10 Jul

2012년 7월 12일 일요일 오후,  우리나라 광고의 역사를 알 수 있는 ‘고백-광고와 미술, 그리고 대중’전을 보기 위해 광화문역 앞에 위치한 일민미술관에 방문했다. 처음 미술관 외벽의 포스터를 봤을 떄 왜 고백이 전시의 제목일까  궁금했었는데,  “고백”은 ‘본래 숨긴일이나 생각한 바를 솔직하게 말함’이라는 사전적 의미를 가지고 있는 동시에 대한민국 개화기(1876년  이후)부터광고를 뜻하는 용어이기도 하였다.  아마 솔직하게 말한다는 고백의 의미가 ‘광고’의 지켜야할 첫번째 의무와 일치하기에 동일한 단어가 쓰이지 않았을까 생각했다.

미술관의 문을 열고 건물을 들어서니 전시가 총 3층으로 이루어 져 있었다.  1층에는 사회에 메세지를 던지는 대한민국 광고의 표현이 어떻게 시대별로 달라져 왔는 지,  그리고 대중의 소비성향을 보여주는 여러 자료들이 시간순으로  전시되어 있었고  2층과 3층에는 8개의 키워드(성공, 미래, 섹슈얼리티, 슈퍼파워, 아이덴티티, 신뢰, 내러티브, 하이퍼리얼리즘) 를 중심으로 광고로서 드러나는 대중이 가진 욕망의 아이콘들을 적극적으로 작품세계에 끌어들인 한국 작가들의 작업이 있었다.  3층 의  전시를 모두 본 후  개인적으로 가장 재미있게 느꼈던 점은 1층에 있었던 스케치북에 인쇄된 광고 문구들이었다.  여러가지 광고문구들이 스케치북에 인쇄되어 늘어져 있었는데,  관람객이 뜯어 갈 수 있도록 많은 양을 복사해 놓았다.  대량 생산된 이미지를 가져와 또다시 불특정 다수에게 재분배 한 이 인쇄물배치는 어떤 한 작가가 만든 작품의 유일성이나 현존성을 강조했던 과거와 달리 대량생산되고 다시 재편집되어 하나의 작품으로 인정되는 현대미술의 모습을 잘 표현했고,  또 이 전시의 테마인 ‘광고’의 속성를 가장 잘 표현해 준 작업이라 생각했다.

“DOING” -Hyung-Gkwan Kim

10 Jul

The Kumho Museum in Seoul-si Jongno-gu Sagan-dong 78 presents an exhibition “Doing”.  This exhibition tried to be beyond the art concept that is fixed and unchanging, and make new meaning and relationship between the audience and artist by interacting thorough art works. In this exhibition, Hyung-Gkwan Kim, Mong-ju Son, Se-Kun Joo, Min-ja Goo, Sim-Rea Jung and Mok-yon U were participating.  The entrance to the museum is somewhat fancy, not gentle because the glass window is decorated with colorful tapes. While there is no charge for admission at most galleries around, the Kumho Museum charges people 4000won to watch the exhibition, which might make people dither over entering there. However, people can get a ticket with a fake coin like as reparation for a fee. With the coin, people have one chance to do ‘뽑기’ that one can get a random one of things in the plastic ball by spinning the handle of something like vending-machine. I think it seems a good setting to lead people to do “doing” actively. Actually, it is also artwork by an artist Mok-yon Yoo. It is a crumpled piece of paper that is in a plastic ball coming out through random drawings. One of the papers’ contents is that 2E and P=doing=Art. In other words, ‘Enjoy, Eat and Play’ is ‘doing’ and that is ‘Art’! Art is just doing, right? And I believe Seoul city is the perfect place to enjoy, eat and play, isn’t it?   

Hyung-Gkwan Kim

By taking whole one rectangle space on the first floor, Hyung-Gkwan Kim’s works are shown widely. The title is 만능 서울 만능 정원(all powerful Seoul all powerful garden). He uses box tapes called OPP tape to make his art works. This medium which is easily available is originally used in packing and attaching, but the artist Kim brought it for art. He cuts and attaches tapes one by one by overlapping to make depth. First impression of his works was very pretty, decorative and optical. Many different colors of tapes were stretching from bottom to wall freely forming geometric and decorative patterns, which made me feel that the space is like fantastic amusement park. The most interesting and important part of the work for me is that this work needs audience reaction. It was very good to me because it inspired people to experience and participate in creating part of his work of art. To appreciate, approach to works and participate in making works, people have to take off their shoes. There are various color tapes and scissors for guests so they can cut and attach the tapes on the bottom the way they want. The art works invited me and every people to not formal but very free and open place. The space didn’t require very careful behavior for not damaging art pieces or seriousness to appreciate them. Parents don’t need to worry about their children who can touch and ruin precious art pieces. They can just enjoy “doing” by having their way. Kim’s work allows people get rid of their preconceived notion about the art works. Furthermore, personally, I like the method of Kim’s working. I think Kim’s material and method for making art are unconventional and novel compared to previous methods for art even though there were other various ways to create art work. However, Kim’s way using colorful and light tapes is not separated from reality but really matched well with modern society: an age of materialism. It seems that his work and title intended to represent all diverse things like so many people and huge buildings, colorful design in Seoul city. This exhibition try to prove “Art for All!” which is the answer for the question “Art for whom?”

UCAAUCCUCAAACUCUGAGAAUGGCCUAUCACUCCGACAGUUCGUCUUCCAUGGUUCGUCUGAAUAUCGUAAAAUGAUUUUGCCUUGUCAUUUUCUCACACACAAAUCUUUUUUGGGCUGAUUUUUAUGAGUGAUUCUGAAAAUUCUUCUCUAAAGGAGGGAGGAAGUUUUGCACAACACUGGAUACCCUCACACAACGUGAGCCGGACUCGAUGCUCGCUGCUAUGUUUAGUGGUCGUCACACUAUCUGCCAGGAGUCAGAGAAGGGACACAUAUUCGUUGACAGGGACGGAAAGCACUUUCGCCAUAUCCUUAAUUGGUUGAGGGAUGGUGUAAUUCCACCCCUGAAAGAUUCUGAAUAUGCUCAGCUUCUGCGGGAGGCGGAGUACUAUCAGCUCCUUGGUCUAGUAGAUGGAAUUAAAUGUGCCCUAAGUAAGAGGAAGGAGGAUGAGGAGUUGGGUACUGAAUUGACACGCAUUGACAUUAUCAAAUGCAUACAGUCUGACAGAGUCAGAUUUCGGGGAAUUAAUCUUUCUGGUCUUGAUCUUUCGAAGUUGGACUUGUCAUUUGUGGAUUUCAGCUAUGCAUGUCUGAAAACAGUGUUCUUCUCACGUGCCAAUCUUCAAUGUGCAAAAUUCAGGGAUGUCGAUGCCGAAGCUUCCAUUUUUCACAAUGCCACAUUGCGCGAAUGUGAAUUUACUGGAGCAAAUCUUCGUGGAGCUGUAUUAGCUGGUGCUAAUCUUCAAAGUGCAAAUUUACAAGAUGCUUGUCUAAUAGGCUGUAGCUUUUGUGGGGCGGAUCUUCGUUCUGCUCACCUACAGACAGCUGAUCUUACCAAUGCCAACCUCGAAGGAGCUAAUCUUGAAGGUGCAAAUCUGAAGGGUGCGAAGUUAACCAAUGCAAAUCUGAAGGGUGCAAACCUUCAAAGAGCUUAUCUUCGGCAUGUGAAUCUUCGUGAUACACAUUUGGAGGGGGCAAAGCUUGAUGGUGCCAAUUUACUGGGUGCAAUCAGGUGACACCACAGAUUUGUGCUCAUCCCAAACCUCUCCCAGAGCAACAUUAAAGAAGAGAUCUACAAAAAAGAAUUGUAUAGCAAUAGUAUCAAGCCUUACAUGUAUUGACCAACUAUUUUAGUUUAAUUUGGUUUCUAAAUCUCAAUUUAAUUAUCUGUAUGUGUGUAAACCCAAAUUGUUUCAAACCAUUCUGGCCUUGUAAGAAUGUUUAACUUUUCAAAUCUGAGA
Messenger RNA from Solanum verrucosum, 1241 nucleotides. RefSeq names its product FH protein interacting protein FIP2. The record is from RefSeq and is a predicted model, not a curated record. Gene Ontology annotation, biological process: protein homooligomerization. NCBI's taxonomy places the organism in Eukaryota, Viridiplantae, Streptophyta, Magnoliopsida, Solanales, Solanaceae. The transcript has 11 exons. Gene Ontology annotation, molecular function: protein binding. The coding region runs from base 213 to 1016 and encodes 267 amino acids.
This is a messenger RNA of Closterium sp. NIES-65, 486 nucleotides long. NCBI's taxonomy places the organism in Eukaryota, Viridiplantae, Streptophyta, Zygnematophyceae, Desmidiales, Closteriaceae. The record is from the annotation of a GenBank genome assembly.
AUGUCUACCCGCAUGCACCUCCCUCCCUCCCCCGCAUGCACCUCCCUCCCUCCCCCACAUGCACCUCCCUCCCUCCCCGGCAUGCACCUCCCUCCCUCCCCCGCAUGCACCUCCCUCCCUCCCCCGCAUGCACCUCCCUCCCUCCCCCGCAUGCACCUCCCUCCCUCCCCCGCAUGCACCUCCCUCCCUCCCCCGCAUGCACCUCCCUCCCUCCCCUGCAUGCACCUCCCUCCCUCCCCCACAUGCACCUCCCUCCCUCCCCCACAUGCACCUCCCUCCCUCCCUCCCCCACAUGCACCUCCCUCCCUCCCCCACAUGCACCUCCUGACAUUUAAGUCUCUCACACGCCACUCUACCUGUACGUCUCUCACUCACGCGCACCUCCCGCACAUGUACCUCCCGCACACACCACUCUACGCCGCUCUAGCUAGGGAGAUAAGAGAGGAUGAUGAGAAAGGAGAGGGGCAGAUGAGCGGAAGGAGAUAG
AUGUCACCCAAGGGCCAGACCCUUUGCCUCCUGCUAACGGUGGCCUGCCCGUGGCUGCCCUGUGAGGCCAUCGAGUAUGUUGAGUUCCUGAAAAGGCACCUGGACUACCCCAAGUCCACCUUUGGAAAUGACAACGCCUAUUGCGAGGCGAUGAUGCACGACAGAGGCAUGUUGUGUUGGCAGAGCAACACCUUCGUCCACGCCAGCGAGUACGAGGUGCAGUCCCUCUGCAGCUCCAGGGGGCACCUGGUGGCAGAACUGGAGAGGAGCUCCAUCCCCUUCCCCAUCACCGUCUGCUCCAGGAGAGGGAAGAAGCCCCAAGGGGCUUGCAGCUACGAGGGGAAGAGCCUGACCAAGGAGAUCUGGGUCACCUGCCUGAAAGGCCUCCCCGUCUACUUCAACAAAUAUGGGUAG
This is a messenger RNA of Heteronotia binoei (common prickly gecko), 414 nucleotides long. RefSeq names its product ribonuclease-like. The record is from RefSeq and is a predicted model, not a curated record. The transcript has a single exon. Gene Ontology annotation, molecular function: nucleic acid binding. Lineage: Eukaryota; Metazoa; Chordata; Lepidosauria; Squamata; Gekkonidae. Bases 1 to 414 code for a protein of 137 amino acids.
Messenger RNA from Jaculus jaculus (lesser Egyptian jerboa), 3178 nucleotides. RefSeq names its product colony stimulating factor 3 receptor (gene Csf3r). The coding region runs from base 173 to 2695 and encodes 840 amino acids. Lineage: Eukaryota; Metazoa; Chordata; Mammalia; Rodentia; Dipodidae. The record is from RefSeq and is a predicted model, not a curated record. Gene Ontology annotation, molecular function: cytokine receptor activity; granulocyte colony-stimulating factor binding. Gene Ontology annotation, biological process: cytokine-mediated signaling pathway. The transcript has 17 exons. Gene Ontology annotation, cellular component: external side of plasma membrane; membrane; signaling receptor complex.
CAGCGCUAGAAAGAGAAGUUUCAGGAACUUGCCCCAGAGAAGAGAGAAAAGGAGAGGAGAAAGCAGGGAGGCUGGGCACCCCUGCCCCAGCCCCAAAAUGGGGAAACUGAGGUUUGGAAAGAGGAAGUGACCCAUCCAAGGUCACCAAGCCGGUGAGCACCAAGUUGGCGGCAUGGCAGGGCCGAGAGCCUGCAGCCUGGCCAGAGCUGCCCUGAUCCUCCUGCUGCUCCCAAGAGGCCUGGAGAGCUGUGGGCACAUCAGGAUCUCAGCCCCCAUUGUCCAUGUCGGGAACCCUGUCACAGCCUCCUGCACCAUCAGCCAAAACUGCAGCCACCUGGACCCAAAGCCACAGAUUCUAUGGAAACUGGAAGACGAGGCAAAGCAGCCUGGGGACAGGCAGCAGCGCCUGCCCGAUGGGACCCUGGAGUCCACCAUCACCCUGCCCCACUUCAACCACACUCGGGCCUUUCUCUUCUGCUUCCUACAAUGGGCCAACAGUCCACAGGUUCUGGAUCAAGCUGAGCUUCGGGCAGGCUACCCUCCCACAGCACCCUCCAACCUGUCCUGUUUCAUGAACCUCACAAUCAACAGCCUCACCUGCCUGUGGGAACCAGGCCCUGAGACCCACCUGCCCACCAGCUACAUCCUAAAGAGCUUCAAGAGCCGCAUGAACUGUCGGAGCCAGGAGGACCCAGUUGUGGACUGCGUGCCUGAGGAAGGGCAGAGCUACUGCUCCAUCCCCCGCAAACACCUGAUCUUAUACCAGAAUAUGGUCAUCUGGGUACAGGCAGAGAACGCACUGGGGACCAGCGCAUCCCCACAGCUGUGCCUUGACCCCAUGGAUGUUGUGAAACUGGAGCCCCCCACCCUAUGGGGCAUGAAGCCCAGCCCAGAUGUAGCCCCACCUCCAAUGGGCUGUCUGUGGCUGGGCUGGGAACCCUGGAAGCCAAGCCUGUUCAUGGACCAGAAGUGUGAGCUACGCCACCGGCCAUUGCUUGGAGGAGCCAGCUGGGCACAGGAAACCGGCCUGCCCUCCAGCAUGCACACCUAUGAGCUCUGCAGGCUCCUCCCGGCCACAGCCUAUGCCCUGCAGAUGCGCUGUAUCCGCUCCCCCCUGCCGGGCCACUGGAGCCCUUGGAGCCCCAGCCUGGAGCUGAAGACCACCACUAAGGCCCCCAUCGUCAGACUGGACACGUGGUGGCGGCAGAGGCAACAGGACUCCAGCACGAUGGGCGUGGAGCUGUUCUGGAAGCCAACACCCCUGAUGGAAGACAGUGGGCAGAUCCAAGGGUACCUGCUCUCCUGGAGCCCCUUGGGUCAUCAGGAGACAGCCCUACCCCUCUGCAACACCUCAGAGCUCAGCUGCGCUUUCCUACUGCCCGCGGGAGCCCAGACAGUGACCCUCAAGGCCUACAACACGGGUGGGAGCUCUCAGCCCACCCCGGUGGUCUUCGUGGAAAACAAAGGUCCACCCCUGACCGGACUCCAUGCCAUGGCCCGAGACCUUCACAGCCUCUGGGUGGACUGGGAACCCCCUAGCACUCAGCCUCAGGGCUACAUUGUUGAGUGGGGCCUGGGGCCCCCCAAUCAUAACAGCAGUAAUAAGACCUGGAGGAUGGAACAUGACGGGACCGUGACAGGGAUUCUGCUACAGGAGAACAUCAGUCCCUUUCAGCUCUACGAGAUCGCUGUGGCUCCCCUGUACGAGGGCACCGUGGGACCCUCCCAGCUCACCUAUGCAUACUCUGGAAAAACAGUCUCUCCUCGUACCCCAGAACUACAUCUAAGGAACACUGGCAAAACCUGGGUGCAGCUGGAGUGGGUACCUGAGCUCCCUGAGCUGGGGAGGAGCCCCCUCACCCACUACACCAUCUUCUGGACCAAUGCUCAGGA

The Talking Art

10 Jul

I went to Hyehwa looking for some art museums or galleries, but the museum I was going to were still rebuilding. When I just felt disappointed and tired of getting lost my ways, there were a special art rushed into my sight.